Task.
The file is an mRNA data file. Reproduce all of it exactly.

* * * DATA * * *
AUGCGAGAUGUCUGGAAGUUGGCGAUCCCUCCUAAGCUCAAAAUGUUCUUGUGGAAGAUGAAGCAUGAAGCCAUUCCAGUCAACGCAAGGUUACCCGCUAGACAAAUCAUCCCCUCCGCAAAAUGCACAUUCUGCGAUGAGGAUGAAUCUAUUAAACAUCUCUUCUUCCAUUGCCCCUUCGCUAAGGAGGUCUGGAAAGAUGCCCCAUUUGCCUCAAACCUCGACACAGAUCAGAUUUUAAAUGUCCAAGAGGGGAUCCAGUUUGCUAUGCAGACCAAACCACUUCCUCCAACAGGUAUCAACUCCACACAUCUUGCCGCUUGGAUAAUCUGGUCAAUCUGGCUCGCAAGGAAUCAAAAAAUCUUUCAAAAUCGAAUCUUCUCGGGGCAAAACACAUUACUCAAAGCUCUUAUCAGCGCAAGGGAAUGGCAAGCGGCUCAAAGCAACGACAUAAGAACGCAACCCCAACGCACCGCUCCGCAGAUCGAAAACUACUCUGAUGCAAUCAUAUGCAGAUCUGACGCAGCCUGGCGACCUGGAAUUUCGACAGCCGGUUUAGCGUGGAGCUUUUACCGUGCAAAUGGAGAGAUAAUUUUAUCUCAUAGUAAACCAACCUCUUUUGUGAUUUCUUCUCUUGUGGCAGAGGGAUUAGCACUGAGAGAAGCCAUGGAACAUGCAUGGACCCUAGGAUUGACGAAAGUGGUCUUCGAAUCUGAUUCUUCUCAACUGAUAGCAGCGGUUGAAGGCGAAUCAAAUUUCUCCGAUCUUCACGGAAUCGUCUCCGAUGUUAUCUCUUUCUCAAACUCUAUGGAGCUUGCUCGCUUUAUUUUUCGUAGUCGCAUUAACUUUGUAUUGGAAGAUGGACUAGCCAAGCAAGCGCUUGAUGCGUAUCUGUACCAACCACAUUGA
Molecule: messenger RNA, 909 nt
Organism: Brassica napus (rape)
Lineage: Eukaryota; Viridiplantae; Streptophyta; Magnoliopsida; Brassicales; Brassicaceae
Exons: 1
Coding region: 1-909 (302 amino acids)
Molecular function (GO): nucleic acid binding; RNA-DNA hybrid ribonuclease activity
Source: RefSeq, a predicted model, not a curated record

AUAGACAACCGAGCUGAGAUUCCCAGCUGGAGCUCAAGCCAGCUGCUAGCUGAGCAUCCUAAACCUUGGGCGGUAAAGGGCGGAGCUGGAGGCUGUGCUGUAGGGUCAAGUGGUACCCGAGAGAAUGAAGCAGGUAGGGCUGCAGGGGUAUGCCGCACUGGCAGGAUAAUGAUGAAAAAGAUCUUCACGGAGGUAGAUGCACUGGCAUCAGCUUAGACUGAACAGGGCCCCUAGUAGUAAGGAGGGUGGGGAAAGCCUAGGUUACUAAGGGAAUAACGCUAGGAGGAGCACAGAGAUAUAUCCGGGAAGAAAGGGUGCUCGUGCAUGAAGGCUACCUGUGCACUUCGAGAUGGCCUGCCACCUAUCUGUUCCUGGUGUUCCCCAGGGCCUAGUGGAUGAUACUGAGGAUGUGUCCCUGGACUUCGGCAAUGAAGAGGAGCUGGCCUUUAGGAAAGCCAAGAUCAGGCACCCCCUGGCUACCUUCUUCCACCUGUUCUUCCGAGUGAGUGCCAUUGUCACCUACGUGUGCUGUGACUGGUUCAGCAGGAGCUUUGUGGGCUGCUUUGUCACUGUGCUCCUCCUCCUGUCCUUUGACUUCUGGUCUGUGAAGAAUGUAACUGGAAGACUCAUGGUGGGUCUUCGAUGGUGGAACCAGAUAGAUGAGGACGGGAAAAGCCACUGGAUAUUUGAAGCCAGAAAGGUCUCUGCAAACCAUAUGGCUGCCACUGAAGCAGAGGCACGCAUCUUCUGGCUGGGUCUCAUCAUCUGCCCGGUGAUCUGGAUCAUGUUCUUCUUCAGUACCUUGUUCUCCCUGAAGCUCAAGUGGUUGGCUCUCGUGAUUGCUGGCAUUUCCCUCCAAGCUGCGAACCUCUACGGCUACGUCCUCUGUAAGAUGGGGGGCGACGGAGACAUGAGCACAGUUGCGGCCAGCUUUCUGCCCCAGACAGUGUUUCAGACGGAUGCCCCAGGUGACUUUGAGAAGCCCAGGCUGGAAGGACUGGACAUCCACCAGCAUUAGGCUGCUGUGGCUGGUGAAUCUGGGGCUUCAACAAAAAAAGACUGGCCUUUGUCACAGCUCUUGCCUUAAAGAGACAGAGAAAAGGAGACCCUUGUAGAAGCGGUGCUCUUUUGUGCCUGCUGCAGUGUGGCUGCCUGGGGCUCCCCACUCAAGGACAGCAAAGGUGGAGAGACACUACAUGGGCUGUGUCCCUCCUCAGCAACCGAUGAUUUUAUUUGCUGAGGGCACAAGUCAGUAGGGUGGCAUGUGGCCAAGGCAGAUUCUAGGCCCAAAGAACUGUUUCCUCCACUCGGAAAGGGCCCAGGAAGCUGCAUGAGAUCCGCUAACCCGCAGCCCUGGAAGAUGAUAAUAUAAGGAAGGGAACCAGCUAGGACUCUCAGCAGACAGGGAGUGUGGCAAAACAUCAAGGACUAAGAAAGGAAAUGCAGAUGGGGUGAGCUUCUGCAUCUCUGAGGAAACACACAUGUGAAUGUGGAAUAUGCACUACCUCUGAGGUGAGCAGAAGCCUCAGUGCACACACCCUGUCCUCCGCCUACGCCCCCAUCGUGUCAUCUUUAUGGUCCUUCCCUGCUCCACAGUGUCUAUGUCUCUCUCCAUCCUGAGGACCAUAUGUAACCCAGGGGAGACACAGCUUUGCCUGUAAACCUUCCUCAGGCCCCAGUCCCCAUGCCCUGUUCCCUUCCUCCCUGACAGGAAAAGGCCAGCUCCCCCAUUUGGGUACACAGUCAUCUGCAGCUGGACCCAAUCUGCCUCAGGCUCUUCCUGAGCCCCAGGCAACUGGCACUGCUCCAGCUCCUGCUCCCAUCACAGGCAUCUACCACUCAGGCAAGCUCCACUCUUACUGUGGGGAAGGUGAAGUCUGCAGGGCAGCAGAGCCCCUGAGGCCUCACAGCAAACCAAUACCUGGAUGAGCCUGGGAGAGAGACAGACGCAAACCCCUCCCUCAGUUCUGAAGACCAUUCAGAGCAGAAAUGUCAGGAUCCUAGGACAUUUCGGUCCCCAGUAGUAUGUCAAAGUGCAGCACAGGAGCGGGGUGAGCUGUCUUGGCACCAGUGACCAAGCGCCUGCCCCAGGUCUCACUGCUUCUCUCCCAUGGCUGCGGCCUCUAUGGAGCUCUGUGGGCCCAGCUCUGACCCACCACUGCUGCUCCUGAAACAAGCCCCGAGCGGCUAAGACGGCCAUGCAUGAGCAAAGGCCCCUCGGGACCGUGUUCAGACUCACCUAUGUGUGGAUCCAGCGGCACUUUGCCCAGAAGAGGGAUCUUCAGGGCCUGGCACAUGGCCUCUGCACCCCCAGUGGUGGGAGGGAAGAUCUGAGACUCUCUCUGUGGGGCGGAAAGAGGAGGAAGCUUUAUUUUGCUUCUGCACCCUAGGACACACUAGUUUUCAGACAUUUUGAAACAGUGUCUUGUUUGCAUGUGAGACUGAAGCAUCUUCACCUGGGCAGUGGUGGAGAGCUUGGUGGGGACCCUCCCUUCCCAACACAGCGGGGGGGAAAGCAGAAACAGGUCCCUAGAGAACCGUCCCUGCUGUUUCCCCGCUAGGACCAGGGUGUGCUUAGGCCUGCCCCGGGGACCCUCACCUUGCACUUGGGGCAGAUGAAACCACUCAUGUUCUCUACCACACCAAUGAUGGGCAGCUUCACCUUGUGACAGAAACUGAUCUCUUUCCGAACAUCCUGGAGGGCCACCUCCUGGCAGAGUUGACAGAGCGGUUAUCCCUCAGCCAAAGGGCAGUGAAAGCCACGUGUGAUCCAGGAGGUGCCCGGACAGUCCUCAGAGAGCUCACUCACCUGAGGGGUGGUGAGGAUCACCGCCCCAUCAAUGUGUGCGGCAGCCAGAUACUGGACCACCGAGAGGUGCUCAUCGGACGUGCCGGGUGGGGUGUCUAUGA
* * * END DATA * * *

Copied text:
AUGCGAGAUGUCUGGAAGUUGGCGAUCCCUCCUAAGCUCAAAAUGUUCUUGUGGAAGAUGAAGCAUGAAGCCAUUCCAGUCAACGCAAGGUUACCCGCUAGACAAAUCAUCCCCUCCGCAAAAUGCACAUUCUGCGAUGAGGAUGAAUCUAUUAAACAUCUCUUCUUCCAUUGCCCCUUCGCUAAGGAGGUCUGGAAAGAUGCCCCAUUUGCCUCAAACCUCGACACAGAUCAGAUUUUAAAUGUCCAAGAGGGGAUCCAGUUUGCUAUGCAGACCAAACCACUUCCUCCAACAGGUAUCAACUCCACACAUCUUGCCGCUUGGAUAAUCUGGUCAAUCUGGCUCGCAAGGAAUCAAAAAAUCUUUCAAAAUCGAAUCUUCUCGGGGCAAAACACAUUACUCAAAGCUCUUAUCAGCGCAAGGGAAUGGCAAGCGGCUCAAAGCAACGACAUAAGAACGCAACCCCAACGCACCGCUCCGCAGAUCGAAAACUACUCUGAUGCAAUCAUAUGCAGAUCUGACGCAGCCUGGCGACCUGGAAUUUCGACAGCCGGUUUAGCGUGGAGCUUUUACCGUGCAAAUGGAGAGAUAAUUUUAUCUCAUAGUAAACCAACCUCUUUUGUGAUUUCUUCUCUUGUGGCAGAGGGAUUAGCACUGAGAGAAGCCAUGGAACAUGCAUGGACCCUAGGAUUGACGAAAGUGGUCUUCGAAUCUGAUUCUUCUCAACUGAUAGCAGCGGUUGAAGGCGAAUCAAAUUUCUCCGAUCUUCACGGAAUCGUCUCCGAUGUUAUCUCUUUCUCAAACUCUAUGGAGCUUGCUCGCUUUAUUUUUCGUAGUCGCAUUAACUUUGUAUUGGAAGAUGGACUAGCCAAGCAAGCGCUUGAUGCGUAUCUGUACCAACCACAUUGA
Molecule: messenger RNA, 909 nt
Organism: Brassica napus (rape)
Lineage: Eukaryota; Viridiplantae; Streptophyta; Magnoliopsida; Brassicales; Brassicaceae
Exons: 1
Coding region: 1-909 (302 amino acids)
Molecular function (GO): nucleic acid binding; RNA-DNA hybrid ribonuclease activity
Source: RefSeq, a predicted model, not a curated record

AUAGACAACCGAGCUGAGAUUCCCAGCUGGAGCUCAAGCCAGCUGCUAGCUGAGCAUCCUAAACCUUGGGCGGUAAAGGGCGGAGCUGGAGGCUGUGCUGUAGGGUCAAGUGGUACCCGAGAGAAUGAAGCAGGUAGGGCUGCAGGGGUAUGCCGCACUGGCAGGAUAAUGAUGAAAAAGAUCUUCACGGAGGUAGAUGCACUGGCAUCAGCUUAGACUGAACAGGGCCCCUAGUAGUAAGGAGGGUGGGGAAAGCCUAGGUUACUAAGGGAAUAACGCUAGGAGGAGCACAGAGAUAUAUCCGGGAAGAAAGGGUGCUCGUGCAUGAAGGCUACCUGUGCACUUCGAGAUGGCCUGCCACCUAUCUGUUCCUGGUGUUCCCCAGGGCCUAGUGGAUGAUACUGAGGAUGUGUCCCUGGACUUCGGCAAUGAAGAGGAGCUGGCCUUUAGGAAAGCCAAGAUCAGGCACCCCCUGGCUACCUUCUUCCACCUGUUCUUCCGAGUGAGUGCCAUUGUCACCUACGUGUGCUGUGACUGGUUCAGCAGGAGCUUUGUGGGCUGCUUUGUCACUGUGCUCCUCCUCCUGUCCUUUGACUUCUGGUCUGUGAAGAAUGUAACUGGAAGACUCAUGGUGGGUCUUCGAUGGUGGAACCAGAUAGAUGAGGACGGGAAAAGCCACUGGAUAUUUGAAGCCAGAAAGGUCUCUGCAAACCAUAUGGCUGCCACUGAAGCAGAGGCACGCAUCUUCUGGCUGGGUCUCAUCAUCUGCCCGGUGAUCUGGAUCAUGUUCUUCUUCAGUACCUUGUUCUCCCUGAAGCUCAAGUGGUUGGCUCUCGUGAUUGCUGGCAUUUCCCUCCAAGCUGCGAACCUCUACGGCUACGUCCUCUGUAAGAUGGGGGGCGACGGAGACAUGAGCACAGUUGCGGCCAGCUUUCUGCCCCAGACAGUGUUUCAGACGGAUGCCCCAGGUGACUUUGAGAAGCCCAGGCUGGAAGGACUGGACAUCCACCAGCAUUAGGCUGCUGUGGCUGGUGAAUCUGGGGCUUCAACAAAAAAAGACUGGCCUUUGUCACAGCUCUUGCCUUAAAGAGACAGAGAAAAGGAGACCCUUGUAGAAGCGGUGCUCUUUUGUGCCUGCUGCAGUGUGGCUGCCUGGGGCUCCCCACUCAAGGACAGCAAAGGUGGAGAGACACUACAUGGGCUGUGUCCCUCCUCAGCAACCGAUGAUUUUAUUUGCUGAGGGCACAAGUCAGUAGGGUGGCAUGUGGCCAAGGCAGAUUCUAGGCCCAAAGAACUGUUUCCUCCACUCGGAAAGGGCCCAGGAAGCUGCAUGAGAUCCGCUAACCCGCAGCCCUGGAAGAUGAUAAUAUAAGGAAGGGAACCAGCUAGGACUCUCAGCAGACAGGGAGUGUGGCAAAACAUCAAGGACUAAGAAAGGAAAUGCAGAUGGGGUGAGCUUCUGCAUCUCUGAGGAAACACACAUGUGAAUGUGGAAUAUGCACUACCUCUGAGGUGAGCAGAAGCCUCAGUGCACACACCCUGUCCUCCGCCUACGCCCCCAUCGUGUCAUCUUUAUGGUCCUUCCCUGCUCCACAGUGUCUAUGUCUCUCUCCAUCCUGAGGACCAUAUGUAACCCAGGGGAGACACAGCUUUGCCUGUAAACCUUCCUCAGGCCCCAGUCCCCAUGCCCUGUUCCCUUCCUCCCUGACAGGAAAAGGCCAGCUCCCCCAUUUGGGUACACAGUCAUCUGCAGCUGGACCCAAUCUGCCUCAGGCUCUUCCUGAGCCCCAGGCAACUGGCACUGCUCCAGCUCCUGCUCCCAUCACAGGCAUCUACCACUCAGGCAAGCUCCACUCUUACUGUGGGGAAGGUGAAGUCUGCAGGGCAGCAGAGCCCCUGAGGCCUCACAGCAAACCAAUACCUGGAUGAGCCUGGGAGAGAGACAGACGCAAACCCCUCCCUCAGUUCUGAAGACCAUUCAGAGCAGAAAUGUCAGGAUCCUAGGACAUUUCGGUCCCCAGUAGUAUGUCAAAGUGCAGCACAGGAGCGGGGUGAGCUGUCUUGGCACCAGUGACCAAGCGCCUGCCCCAGGUCUCACUGCUUCUCUCCCAUGGCUGCGGCCUCUAUGGAGCUCUGUGGGCCCAGCUCUGACCCACCACUGCUGCUCCUGAAACAAGCCCCGAGCGGCUAAGACGGCCAUGCAUGAGCAAAGGCCCCUCGGGACCGUGUUCAGACUCACCUAUGUGUGGAUCCAGCGGCACUUUGCCCAGAAGAGGGAUCUUCAGGGCCUGGCACAUGGCCUCUGCACCCCCAGUGGUGGGAGGGAAGAUCUGAGACUCUCUCUGUGGGGCGGAAAGAGGAGGAAGCUUUAUUUUGCUUCUGCACCCUAGGACACACUAGUUUUCAGACAUUUUGAAACAGUGUCUUGUUUGCAUGUGAGACUGAAGCAUCUUCACCUGGGCAGUGGUGGAGAGCUUGGUGGGGACCCUCCCUUCCCAACACAGCGGGGGGGAAAGCAGAAACAGGUCCCUAGAGAACCGUCCCUGCUGUUUCCCCGCUAGGACCAGGGUGUGCUUAGGCCUGCCCCGGGGACCCUCACCUUGCACUUGGGGCAGAUGAAACCACUCAUGUUCUCUACCACACCAAUGAUGGGCAGCUUCACCUUGUGACAGAAACUGAUCUCUUUCCGAACAUCCUGGAGGGCCACCUCCUGGCAGAGUUGACAGAGCGGUUAUCCCUCAGCCAAAGGGCAGUGAAAGCCACGUGUGAUCCAGGAGGUGCCCGGACAGUCCUCAGAGAGCUCACUCACCUGAGGGGUGGUGAGGAUCACCGCCCCAUCAAUGUGUGCGGCAGCCAGAUACUGGACCACCGAGAGGUGCUCAUCGGACGUGCCGGGUGGGGUGUCUAUGA